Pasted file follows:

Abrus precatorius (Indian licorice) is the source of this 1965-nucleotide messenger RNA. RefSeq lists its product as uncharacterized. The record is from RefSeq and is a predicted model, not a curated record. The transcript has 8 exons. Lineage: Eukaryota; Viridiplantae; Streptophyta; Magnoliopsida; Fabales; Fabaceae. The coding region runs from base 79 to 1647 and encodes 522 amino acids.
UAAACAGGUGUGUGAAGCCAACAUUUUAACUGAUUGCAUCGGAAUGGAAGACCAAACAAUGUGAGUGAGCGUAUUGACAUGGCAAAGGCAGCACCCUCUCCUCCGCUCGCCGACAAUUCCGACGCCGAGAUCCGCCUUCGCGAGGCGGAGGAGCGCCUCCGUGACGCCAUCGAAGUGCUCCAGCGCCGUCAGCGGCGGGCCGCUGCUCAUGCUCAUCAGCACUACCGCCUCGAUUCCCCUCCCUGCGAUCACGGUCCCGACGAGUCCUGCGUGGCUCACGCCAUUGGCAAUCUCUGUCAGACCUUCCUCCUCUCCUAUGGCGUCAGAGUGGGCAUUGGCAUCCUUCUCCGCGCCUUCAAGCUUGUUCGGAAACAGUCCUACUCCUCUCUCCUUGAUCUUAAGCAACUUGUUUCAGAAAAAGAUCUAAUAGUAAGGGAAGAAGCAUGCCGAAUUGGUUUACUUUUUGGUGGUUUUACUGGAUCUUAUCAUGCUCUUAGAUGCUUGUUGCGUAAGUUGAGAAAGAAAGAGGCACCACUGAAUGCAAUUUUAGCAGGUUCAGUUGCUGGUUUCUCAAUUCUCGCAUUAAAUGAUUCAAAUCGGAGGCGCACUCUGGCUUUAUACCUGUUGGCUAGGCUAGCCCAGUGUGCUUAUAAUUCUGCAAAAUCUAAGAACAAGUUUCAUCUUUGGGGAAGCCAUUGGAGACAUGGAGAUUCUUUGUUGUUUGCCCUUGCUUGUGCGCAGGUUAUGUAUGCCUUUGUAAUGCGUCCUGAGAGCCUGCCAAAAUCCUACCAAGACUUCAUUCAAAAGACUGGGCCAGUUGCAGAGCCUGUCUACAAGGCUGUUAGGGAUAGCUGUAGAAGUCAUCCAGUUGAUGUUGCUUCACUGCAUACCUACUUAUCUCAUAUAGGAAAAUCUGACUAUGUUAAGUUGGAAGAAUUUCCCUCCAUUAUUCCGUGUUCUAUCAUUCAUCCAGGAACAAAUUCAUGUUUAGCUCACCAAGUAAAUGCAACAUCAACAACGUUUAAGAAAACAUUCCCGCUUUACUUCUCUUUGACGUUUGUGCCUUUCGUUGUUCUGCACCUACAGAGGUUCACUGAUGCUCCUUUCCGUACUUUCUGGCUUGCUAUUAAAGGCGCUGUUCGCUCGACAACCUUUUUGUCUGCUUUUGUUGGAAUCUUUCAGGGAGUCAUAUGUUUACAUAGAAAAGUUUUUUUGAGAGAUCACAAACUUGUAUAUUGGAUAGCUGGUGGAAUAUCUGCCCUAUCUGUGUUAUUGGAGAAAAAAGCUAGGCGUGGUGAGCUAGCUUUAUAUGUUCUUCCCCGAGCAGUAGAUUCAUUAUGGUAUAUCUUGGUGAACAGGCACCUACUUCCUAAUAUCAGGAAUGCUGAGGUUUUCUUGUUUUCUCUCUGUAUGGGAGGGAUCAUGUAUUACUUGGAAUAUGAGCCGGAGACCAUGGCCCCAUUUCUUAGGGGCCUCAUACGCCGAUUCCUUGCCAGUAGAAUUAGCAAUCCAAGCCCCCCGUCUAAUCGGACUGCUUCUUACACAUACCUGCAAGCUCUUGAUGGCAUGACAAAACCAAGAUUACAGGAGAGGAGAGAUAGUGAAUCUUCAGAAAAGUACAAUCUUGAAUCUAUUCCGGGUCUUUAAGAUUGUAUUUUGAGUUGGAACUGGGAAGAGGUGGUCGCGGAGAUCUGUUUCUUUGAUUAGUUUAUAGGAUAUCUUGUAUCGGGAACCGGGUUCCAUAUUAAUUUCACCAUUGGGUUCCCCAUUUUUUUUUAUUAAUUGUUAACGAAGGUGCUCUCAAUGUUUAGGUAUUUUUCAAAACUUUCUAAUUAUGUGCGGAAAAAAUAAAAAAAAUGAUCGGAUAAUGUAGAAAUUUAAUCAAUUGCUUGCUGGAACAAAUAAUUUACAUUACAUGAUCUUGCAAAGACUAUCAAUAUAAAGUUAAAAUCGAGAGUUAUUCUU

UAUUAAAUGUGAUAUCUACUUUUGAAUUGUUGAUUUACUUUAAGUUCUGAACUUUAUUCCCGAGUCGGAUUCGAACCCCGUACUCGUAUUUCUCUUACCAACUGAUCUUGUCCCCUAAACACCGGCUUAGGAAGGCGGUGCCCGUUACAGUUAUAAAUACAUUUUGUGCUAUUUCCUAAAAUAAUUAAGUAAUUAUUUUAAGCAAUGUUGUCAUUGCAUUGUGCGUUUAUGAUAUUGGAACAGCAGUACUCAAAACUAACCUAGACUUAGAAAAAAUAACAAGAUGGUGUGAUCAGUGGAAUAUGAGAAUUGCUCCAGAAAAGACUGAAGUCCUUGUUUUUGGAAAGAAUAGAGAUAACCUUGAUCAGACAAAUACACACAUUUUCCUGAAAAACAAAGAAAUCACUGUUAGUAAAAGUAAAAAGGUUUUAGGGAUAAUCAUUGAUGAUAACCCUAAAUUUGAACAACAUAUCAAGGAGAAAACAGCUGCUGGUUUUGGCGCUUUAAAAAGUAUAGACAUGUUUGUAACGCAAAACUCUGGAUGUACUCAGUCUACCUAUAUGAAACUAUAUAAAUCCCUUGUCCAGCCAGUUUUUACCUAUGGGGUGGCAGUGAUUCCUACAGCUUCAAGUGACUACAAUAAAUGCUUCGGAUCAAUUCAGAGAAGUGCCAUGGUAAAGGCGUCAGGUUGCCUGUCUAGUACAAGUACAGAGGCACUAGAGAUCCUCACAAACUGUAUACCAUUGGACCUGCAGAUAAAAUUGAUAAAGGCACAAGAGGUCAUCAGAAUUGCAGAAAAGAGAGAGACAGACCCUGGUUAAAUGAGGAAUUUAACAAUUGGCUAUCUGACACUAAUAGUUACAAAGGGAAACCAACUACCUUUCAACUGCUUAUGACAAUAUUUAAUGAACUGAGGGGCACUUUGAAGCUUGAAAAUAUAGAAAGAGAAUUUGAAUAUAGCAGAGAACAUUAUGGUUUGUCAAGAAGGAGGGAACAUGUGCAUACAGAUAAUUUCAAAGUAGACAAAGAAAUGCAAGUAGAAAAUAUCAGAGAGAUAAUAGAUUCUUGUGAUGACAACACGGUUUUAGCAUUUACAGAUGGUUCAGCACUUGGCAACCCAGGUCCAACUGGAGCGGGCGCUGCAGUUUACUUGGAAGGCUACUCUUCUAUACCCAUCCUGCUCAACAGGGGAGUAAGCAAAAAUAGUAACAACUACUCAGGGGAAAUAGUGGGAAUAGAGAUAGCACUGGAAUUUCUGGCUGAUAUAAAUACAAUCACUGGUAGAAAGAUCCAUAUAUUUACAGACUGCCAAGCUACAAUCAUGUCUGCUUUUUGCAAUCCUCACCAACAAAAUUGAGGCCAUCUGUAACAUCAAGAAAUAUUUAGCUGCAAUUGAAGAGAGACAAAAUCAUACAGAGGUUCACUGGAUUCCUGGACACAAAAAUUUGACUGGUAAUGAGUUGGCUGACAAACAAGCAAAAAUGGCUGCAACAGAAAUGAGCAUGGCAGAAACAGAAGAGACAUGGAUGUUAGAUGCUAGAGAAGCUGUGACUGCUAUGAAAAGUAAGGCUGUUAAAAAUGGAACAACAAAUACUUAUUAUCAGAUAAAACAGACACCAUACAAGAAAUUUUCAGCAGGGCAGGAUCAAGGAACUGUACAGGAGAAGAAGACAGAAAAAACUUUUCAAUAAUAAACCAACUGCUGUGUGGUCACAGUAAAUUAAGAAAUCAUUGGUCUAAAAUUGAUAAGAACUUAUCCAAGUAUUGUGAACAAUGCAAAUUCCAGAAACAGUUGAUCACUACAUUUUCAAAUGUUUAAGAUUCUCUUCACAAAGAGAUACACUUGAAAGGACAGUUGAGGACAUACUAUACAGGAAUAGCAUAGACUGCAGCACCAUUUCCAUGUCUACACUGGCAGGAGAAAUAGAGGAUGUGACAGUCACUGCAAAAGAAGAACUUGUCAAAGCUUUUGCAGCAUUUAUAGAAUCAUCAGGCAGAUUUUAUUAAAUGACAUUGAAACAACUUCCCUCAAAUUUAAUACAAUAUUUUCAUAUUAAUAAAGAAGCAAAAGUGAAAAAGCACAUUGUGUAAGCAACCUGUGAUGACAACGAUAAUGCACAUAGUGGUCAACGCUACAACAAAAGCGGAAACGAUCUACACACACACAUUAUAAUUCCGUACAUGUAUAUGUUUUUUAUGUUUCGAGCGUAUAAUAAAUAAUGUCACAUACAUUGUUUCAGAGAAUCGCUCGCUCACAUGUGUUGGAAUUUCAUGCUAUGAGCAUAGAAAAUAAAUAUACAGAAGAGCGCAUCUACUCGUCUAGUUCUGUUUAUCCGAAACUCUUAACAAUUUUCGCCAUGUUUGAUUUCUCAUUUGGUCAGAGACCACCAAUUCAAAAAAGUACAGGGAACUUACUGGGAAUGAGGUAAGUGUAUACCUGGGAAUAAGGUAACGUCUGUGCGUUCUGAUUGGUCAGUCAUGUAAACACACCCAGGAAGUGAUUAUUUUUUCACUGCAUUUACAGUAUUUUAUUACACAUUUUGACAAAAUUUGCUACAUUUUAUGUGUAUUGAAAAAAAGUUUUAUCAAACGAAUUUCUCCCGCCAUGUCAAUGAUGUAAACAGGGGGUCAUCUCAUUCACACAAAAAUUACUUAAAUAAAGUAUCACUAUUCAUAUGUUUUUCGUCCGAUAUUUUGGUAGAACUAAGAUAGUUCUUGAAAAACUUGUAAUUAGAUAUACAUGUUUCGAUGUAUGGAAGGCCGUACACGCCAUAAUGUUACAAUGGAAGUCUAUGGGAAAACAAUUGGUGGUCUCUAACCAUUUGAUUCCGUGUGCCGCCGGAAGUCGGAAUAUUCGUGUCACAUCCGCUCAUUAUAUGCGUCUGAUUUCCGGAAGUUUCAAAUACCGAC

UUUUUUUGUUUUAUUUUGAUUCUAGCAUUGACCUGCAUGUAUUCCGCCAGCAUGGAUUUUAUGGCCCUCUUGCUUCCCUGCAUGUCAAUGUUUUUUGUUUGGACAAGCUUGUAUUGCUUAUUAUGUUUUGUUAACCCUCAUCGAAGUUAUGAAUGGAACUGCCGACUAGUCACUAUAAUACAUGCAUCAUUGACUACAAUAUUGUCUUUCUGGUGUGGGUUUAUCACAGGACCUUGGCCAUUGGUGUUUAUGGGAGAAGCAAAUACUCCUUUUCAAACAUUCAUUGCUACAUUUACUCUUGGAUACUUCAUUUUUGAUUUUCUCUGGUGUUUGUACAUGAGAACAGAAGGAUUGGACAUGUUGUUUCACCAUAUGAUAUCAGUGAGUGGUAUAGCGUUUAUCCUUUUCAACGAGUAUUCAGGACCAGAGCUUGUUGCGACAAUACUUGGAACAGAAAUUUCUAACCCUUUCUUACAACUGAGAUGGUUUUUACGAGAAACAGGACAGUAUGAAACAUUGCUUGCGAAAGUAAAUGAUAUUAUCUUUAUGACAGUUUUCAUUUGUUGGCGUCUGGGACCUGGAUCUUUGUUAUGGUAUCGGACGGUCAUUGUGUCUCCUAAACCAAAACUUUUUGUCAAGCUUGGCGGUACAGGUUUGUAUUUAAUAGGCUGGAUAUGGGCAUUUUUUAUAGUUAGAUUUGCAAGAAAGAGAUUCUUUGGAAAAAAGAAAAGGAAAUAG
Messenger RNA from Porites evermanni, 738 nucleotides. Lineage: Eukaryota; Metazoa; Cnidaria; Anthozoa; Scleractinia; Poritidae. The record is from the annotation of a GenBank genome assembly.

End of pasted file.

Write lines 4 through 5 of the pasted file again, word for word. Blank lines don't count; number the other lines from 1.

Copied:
UUUUUUUGUUUUAUUUUGAUUCUAGCAUUGACCUGCAUGUAUUCCGCCAGCAUGGAUUUUAUGGCCCUCUUGCUUCCCUGCAUGUCAAUGUUUUUUGUUUGGACAAGCUUGUAUUGCUUAUUAUGUUUUGUUAACCCUCAUCGAAGUUAUGAAUGGAACUGCCGACUAGUCACUAUAAUACAUGCAUCAUUGACUACAAUAUUGUCUUUCUGGUGUGGGUUUAUCACAGGACCUUGGCCAUUGGUGUUUAUGGGAGAAGCAAAUACUCCUUUUCAAACAUUCAUUGCUACAUUUACUCUUGGAUACUUCAUUUUUGAUUUUCUCUGGUGUUUGUACAUGAGAACAGAAGGAUUGGACAUGUUGUUUCACCAUAUGAUAUCAGUGAGUGGUAUAGCGUUUAUCCUUUUCAACGAGUAUUCAGGACCAGAGCUUGUUGCGACAAUACUUGGAACAGAAAUUUCUAACCCUUUCUUACAACUGAGAUGGUUUUUACGAGAAACAGGACAGUAUGAAACAUUGCUUGCGAAAGUAAAUGAUAUUAUCUUUAUGACAGUUUUCAUUUGUUGGCGUCUGGGACCUGGAUCUUUGUUAUGGUAUCGGACGGUCAUUGUGUCUCCUAAACCAAAACUUUUUGUCAAGCUUGGCGGUACAGGUUUGUAUUUAAUAGGCUGGAUAUGGGCAUUUUUUAUAGUUAGAUUUGCAAGAAAGAGAUUCUUUGGAAAAAAGAAAAGGAAAUAG
Messenger RNA from Porites evermanni, 738 nucleotides. Lineage: Eukaryota; Metazoa; Cnidaria; Anthozoa; Scleractinia; Poritidae. The record is from the annotation of a GenBank genome assembly.